The efficacy of azathioprine in the management of steroid-dependent ulcerative colitis is taken for granted. However, study populations frequently include together steroid-dependent and refractory patients.Aim
To assess the efficacy and safety of thiopurinic immunomodulators in strictly defined steroid-dependent ulcerative colitis.Methods
Survey of 34 patients with steroid-dependent ulcerative colitis, treated with azathioprine according to protocol. Therapeutical success: glucocorticoid withdrawal within 12 months, without steroid requirements during another year.Results
Mean age was 39.1 ± 17 years. Pancolitis and extensive colitis accounted for 50% of cases. Therapeutic success of immunomodulator treatment reached 70.6%, intention to treat analysis (confidence interval 95%: 52–84%) and 72.7%, as per protocol (confidence interval 95%: 54–86%). Mean time to steroid withdrawal was 4.6 months. In therapy successes, mean corpuscular volume and total serum bilirubin increased with treatment time (P = 0.0001). Fifteen adverse effects were observed in 13 patients (38%). Azathioprine was withdrawn in seven cases (20.6%); in four of them (with liver toxicity), treatment with mercaptopurine was indicated.Conclusions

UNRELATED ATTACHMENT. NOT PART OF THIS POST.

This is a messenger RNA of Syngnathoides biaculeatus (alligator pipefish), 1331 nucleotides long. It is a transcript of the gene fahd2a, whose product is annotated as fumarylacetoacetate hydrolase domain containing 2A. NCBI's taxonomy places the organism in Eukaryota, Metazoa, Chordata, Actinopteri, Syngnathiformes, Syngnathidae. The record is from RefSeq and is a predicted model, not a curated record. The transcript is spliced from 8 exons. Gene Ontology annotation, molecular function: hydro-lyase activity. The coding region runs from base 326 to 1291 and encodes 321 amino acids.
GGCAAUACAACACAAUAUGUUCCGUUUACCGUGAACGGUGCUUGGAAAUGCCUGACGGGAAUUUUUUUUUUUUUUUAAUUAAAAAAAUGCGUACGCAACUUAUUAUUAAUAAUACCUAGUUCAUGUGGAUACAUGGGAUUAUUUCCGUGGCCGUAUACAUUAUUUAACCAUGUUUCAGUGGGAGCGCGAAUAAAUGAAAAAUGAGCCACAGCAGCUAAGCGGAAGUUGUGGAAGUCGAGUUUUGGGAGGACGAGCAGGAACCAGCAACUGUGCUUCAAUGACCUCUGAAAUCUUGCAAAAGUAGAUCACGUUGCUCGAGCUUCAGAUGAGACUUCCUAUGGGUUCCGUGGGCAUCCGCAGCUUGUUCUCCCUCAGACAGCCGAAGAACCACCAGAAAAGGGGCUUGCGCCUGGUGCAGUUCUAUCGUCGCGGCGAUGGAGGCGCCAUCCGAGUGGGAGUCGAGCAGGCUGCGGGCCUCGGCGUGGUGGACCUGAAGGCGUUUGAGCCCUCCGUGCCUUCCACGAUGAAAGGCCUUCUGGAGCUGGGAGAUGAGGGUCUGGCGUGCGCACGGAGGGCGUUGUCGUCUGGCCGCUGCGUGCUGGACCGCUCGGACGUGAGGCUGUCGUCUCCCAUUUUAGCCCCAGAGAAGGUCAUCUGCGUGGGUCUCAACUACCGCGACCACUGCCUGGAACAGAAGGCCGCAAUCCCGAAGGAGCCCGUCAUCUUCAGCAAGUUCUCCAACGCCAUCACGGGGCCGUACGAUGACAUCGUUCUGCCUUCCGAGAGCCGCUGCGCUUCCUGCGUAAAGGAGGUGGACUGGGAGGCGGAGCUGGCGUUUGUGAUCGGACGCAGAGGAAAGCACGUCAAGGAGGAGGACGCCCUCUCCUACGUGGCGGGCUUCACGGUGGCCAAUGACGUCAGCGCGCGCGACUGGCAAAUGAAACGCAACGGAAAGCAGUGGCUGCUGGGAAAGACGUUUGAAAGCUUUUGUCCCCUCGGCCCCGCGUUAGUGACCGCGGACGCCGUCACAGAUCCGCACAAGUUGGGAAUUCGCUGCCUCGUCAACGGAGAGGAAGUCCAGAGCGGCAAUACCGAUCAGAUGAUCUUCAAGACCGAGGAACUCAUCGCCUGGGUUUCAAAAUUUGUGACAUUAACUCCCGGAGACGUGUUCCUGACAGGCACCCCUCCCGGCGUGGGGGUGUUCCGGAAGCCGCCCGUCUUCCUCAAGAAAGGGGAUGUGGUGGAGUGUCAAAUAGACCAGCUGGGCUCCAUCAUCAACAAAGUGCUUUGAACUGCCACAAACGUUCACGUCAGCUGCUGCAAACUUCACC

Therapy with thiopurinic immunomodulators (azathioprine) represents the first option in the management of steroid-dependent ulcerative colitis. Its efficacy (70%) and its acceptable safety support this view. Increasing mean corpuscular volume and serum bilirubin values may be a surrogate marker of a beneficial effect.